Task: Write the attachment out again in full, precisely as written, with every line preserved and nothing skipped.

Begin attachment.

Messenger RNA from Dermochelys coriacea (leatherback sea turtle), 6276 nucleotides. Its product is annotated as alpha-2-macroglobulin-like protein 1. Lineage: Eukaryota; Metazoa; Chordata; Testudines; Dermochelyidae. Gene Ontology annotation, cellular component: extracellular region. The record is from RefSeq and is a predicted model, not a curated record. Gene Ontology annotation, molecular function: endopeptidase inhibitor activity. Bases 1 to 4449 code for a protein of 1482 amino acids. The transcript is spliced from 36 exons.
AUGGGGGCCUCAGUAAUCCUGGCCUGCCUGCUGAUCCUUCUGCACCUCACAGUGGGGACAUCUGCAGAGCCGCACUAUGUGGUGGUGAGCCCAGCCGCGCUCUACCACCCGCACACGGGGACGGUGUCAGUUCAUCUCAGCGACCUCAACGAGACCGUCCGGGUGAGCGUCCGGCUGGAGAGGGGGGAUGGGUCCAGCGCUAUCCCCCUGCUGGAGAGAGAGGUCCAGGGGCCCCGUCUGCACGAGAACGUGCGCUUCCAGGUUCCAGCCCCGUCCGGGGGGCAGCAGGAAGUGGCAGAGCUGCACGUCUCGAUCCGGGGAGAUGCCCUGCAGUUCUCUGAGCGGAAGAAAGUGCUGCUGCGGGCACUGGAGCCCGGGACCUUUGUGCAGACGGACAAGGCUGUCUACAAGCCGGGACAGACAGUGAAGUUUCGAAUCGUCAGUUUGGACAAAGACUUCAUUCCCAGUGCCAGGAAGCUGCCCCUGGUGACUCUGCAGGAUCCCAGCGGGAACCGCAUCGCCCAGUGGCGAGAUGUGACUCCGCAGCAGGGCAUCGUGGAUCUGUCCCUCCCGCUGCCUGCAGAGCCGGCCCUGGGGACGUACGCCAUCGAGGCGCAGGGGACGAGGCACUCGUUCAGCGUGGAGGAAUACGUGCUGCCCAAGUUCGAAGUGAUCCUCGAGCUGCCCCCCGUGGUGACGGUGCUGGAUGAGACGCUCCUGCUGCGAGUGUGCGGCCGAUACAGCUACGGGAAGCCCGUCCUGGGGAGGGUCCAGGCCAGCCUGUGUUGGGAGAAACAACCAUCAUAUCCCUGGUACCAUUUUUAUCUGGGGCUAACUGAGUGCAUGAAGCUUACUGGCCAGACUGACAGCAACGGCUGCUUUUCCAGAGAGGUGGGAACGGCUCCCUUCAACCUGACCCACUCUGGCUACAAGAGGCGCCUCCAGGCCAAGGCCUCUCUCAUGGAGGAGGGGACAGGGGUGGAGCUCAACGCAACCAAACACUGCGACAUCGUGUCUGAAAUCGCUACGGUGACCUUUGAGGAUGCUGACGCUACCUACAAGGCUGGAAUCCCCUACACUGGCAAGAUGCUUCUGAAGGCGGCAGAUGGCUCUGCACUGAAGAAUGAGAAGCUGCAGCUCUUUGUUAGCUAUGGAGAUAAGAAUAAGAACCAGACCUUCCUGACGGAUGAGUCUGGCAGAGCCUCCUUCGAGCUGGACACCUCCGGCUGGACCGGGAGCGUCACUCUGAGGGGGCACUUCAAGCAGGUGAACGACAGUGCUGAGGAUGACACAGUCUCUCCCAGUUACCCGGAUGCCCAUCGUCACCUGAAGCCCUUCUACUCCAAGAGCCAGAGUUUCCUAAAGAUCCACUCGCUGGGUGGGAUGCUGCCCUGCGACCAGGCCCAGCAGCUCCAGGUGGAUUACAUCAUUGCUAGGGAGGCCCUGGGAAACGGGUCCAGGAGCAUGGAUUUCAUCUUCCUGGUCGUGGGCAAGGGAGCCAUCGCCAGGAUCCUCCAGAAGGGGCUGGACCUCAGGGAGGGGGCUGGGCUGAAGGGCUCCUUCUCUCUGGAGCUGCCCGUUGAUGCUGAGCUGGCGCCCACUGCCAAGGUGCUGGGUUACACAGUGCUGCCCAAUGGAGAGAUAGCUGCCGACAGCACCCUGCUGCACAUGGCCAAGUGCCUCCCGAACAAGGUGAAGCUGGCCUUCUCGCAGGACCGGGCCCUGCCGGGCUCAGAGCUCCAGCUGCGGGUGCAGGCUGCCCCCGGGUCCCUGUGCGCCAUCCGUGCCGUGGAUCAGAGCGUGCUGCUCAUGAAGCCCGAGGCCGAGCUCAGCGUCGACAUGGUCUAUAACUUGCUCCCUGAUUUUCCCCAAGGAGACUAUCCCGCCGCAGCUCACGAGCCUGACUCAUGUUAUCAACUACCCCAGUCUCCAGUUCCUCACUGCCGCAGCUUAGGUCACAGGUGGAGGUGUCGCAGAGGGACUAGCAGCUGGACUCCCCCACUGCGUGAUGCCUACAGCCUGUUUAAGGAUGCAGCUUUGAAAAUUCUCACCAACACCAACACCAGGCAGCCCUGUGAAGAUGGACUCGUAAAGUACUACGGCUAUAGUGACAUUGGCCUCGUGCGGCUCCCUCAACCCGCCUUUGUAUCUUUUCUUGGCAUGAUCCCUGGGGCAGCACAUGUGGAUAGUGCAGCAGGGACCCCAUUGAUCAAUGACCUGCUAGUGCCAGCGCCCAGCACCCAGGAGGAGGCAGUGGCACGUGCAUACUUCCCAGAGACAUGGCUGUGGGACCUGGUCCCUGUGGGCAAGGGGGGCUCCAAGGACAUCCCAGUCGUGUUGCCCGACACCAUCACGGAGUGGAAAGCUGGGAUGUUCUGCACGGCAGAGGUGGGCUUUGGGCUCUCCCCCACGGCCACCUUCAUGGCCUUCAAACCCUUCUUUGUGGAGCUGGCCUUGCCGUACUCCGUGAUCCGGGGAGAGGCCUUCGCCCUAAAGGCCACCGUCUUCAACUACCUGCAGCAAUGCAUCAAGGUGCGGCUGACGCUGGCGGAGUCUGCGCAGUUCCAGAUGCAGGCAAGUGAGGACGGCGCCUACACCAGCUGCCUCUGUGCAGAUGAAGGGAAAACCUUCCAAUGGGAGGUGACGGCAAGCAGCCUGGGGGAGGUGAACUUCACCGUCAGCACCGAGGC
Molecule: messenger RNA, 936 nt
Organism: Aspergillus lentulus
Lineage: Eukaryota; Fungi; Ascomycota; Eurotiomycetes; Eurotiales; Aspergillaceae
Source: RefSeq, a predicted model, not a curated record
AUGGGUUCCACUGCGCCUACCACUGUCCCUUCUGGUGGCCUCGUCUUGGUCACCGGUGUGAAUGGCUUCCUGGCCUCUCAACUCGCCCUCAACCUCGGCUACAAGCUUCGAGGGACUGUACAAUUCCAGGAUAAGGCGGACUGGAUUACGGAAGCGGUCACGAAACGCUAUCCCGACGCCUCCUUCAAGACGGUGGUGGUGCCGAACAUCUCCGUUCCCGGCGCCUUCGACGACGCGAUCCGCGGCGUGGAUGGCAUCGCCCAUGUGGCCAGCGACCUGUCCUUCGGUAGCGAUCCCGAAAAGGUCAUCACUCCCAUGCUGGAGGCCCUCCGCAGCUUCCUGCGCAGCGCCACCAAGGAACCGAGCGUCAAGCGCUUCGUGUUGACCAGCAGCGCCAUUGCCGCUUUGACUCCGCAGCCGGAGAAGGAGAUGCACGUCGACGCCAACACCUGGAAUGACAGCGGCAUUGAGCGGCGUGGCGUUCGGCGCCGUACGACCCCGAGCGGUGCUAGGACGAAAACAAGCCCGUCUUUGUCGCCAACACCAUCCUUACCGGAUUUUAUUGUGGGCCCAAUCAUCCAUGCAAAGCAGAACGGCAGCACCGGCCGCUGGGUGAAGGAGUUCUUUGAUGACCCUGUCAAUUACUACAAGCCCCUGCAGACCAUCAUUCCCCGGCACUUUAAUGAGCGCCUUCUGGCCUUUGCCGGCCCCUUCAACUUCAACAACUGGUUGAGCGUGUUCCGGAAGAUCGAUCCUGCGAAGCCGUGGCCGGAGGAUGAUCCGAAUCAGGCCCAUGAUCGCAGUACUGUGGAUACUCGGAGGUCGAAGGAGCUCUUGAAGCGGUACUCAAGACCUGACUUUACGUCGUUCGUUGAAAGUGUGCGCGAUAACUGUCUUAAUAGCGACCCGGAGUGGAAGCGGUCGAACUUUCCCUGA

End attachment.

Messenger RNA from Dermochelys coriacea (leatherback sea turtle), 6276 nucleotides. Its product is annotated as alpha-2-macroglobulin-like protein 1. Lineage: Eukaryota; Metazoa; Chordata; Testudines; Dermochelyidae. Gene Ontology annotation, cellular component: extracellular region. The record is from RefSeq and is a predicted model, not a curated record. Gene Ontology annotation, molecular function: endopeptidase inhibitor activity. Bases 1 to 4449 code for a protein of 1482 amino acids. The transcript is spliced from 36 exons.
AUGGGGGCCUCAGUAAUCCUGGCCUGCCUGCUGAUCCUUCUGCACCUCACAGUGGGGACAUCUGCAGAGCCGCACUAUGUGGUGGUGAGCCCAGCCGCGCUCUACCACCCGCACACGGGGACGGUGUCAGUUCAUCUCAGCGACCUCAACGAGACCGUCCGGGUGAGCGUCCGGCUGGAGAGGGGGGAUGGGUCCAGCGCUAUCCCCCUGCUGGAGAGAGAGGUCCAGGGGCCCCGUCUGCACGAGAACGUGCGCUUCCAGGUUCCAGCCCCGUCCGGGGGGCAGCAGGAAGUGGCAGAGCUGCACGUCUCGAUCCGGGGAGAUGCCCUGCAGUUCUCUGAGCGGAAGAAAGUGCUGCUGCGGGCACUGGAGCCCGGGACCUUUGUGCAGACGGACAAGGCUGUCUACAAGCCGGGACAGACAGUGAAGUUUCGAAUCGUCAGUUUGGACAAAGACUUCAUUCCCAGUGCCAGGAAGCUGCCCCUGGUGACUCUGCAGGAUCCCAGCGGGAACCGCAUCGCCCAGUGGCGAGAUGUGACUCCGCAGCAGGGCAUCGUGGAUCUGUCCCUCCCGCUGCCUGCAGAGCCGGCCCUGGGGACGUACGCCAUCGAGGCGCAGGGGACGAGGCACUCGUUCAGCGUGGAGGAAUACGUGCUGCCCAAGUUCGAAGUGAUCCUCGAGCUGCCCCCCGUGGUGACGGUGCUGGAUGAGACGCUCCUGCUGCGAGUGUGCGGCCGAUACAGCUACGGGAAGCCCGUCCUGGGGAGGGUCCAGGCCAGCCUGUGUUGGGAGAAACAACCAUCAUAUCCCUGGUACCAUUUUUAUCUGGGGCUAACUGAGUGCAUGAAGCUUACUGGCCAGACUGACAGCAACGGCUGCUUUUCCAGAGAGGUGGGAACGGCUCCCUUCAACCUGACCCACUCUGGCUACAAGAGGCGCCUCCAGGCCAAGGCCUCUCUCAUGGAGGAGGGGACAGGGGUGGAGCUCAACGCAACCAAACACUGCGACAUCGUGUCUGAAAUCGCUACGGUGACCUUUGAGGAUGCUGACGCUACCUACAAGGCUGGAAUCCCCUACACUGGCAAGAUGCUUCUGAAGGCGGCAGAUGGCUCUGCACUGAAGAAUGAGAAGCUGCAGCUCUUUGUUAGCUAUGGAGAUAAGAAUAAGAACCAGACCUUCCUGACGGAUGAGUCUGGCAGAGCCUCCUUCGAGCUGGACACCUCCGGCUGGACCGGGAGCGUCACUCUGAGGGGGCACUUCAAGCAGGUGAACGACAGUGCUGAGGAUGACACAGUCUCUCCCAGUUACCCGGAUGCCCAUCGUCACCUGAAGCCCUUCUACUCCAAGAGCCAGAGUUUCCUAAAGAUCCACUCGCUGGGUGGGAUGCUGCCCUGCGACCAGGCCCAGCAGCUCCAGGUGGAUUACAUCAUUGCUAGGGAGGCCCUGGGAAACGGGUCCAGGAGCAUGGAUUUCAUCUUCCUGGUCGUGGGCAAGGGAGCCAUCGCCAGGAUCCUCCAGAAGGGGCUGGACCUCAGGGAGGGGGCUGGGCUGAAGGGCUCCUUCUCUCUGGAGCUGCCCGUUGAUGCUGAGCUGGCGCCCACUGCCAAGGUGCUGGGUUACACAGUGCUGCCCAAUGGAGAGAUAGCUGCCGACAGCACCCUGCUGCACAUGGCCAAGUGCCUCCCGAACAAGGUGAAGCUGGCCUUCUCGCAGGACCGGGCCCUGCCGGGCUCAGAGCUCCAGCUGCGGGUGCAGGCUGCCCCCGGGUCCCUGUGCGCCAUCCGUGCCGUGGAUCAGAGCGUGCUGCUCAUGAAGCCCGAGGCCGAGCUCAGCGUCGACAUGGUCUAUAACUUGCUCCCUGAUUUUCCCCAAGGAGACUAUCCCGCCGCAGCUCACGAGCCUGACUCAUGUUAUCAACUACCCCAGUCUCCAGUUCCUCACUGCCGCAGCUUAGGUCACAGGUGGAGGUGUCGCAGAGGGACUAGCAGCUGGACUCCCCCACUGCGUGAUGCCUACAGCCUGUUUAAGGAUGCAGCUUUGAAAAUUCUCACCAACACCAACACCAGGCAGCCCUGUGAAGAUGGACUCGUAAAGUACUACGGCUAUAGUGACAUUGGCCUCGUGCGGCUCCCUCAACCCGCCUUUGUAUCUUUUCUUGGCAUGAUCCCUGGGGCAGCACAUGUGGAUAGUGCAGCAGGGACCCCAUUGAUCAAUGACCUGCUAGUGCCAGCGCCCAGCACCCAGGAGGAGGCAGUGGCACGUGCAUACUUCCCAGAGACAUGGCUGUGGGACCUGGUCCCUGUGGGCAAGGGGGGCUCCAAGGACAUCCCAGUCGUGUUGCCCGACACCAUCACGGAGUGGAAAGCUGGGAUGUUCUGCACGGCAGAGGUGGGCUUUGGGCUCUCCCCCACGGCCACCUUCAUGGCCUUCAAACCCUUCUUUGUGGAGCUGGCCUUGCCGUACUCCGUGAUCCGGGGAGAGGCCUUCGCCCUAAAGGCCACCGUCUUCAACUACCUGCAGCAAUGCAUCAAGGUGCGGCUGACGCUGGCGGAGUCUGCGCAGUUCCAGAUGCAGGCAAGUGAGGACGGCGCCUACACCAGCUGCCUCUGUGCAGAUGAAGGGAAAACCUUCCAAUGGGAGGUGACGGCAAGCAGCCUGGGGGAGGUGAACUUCACCGUCAGCACCGAGGC
Molecule: messenger RNA, 936 nt
Organism: Aspergillus lentulus
Lineage: Eukaryota; Fungi; Ascomycota; Eurotiomycetes; Eurotiales; Aspergillaceae
Source: RefSeq, a predicted model, not a curated record
AUGGGUUCCACUGCGCCUACCACUGUCCCUUCUGGUGGCCUCGUCUUGGUCACCGGUGUGAAUGGCUUCCUGGCCUCUCAACUCGCCCUCAACCUCGGCUACAAGCUUCGAGGGACUGUACAAUUCCAGGAUAAGGCGGACUGGAUUACGGAAGCGGUCACGAAACGCUAUCCCGACGCCUCCUUCAAGACGGUGGUGGUGCCGAACAUCUCCGUUCCCGGCGCCUUCGACGACGCGAUCCGCGGCGUGGAUGGCAUCGCCCAUGUGGCCAGCGACCUGUCCUUCGGUAGCGAUCCCGAAAAGGUCAUCACUCCCAUGCUGGAGGCCCUCCGCAGCUUCCUGCGCAGCGCCACCAAGGAACCGAGCGUCAAGCGCUUCGUGUUGACCAGCAGCGCCAUUGCCGCUUUGACUCCGCAGCCGGAGAAGGAGAUGCACGUCGACGCCAACACCUGGAAUGACAGCGGCAUUGAGCGGCGUGGCGUUCGGCGCCGUACGACCCCGAGCGGUGCUAGGACGAAAACAAGCCCGUCUUUGUCGCCAACACCAUCCUUACCGGAUUUUAUUGUGGGCCCAAUCAUCCAUGCAAAGCAGAACGGCAGCACCGGCCGCUGGGUGAAGGAGUUCUUUGAUGACCCUGUCAAUUACUACAAGCCCCUGCAGACCAUCAUUCCCCGGCACUUUAAUGAGCGCCUUCUGGCCUUUGCCGGCCCCUUCAACUUCAACAACUGGUUGAGCGUGUUCCGGAAGAUCGAUCCUGCGAAGCCGUGGCCGGAGGAUGAUCCGAAUCAGGCCCAUGAUCGCAGUACUGUGGAUACUCGGAGGUCGAAGGAGCUCUUGAAGCGGUACUCAAGACCUGACUUUACGUCGUUCGUUGAAAGUGUGCGCGAUAACUGUCUUAAUAGCGACCCGGAGUGGAAGCGGUCGAACUUUCCCUGA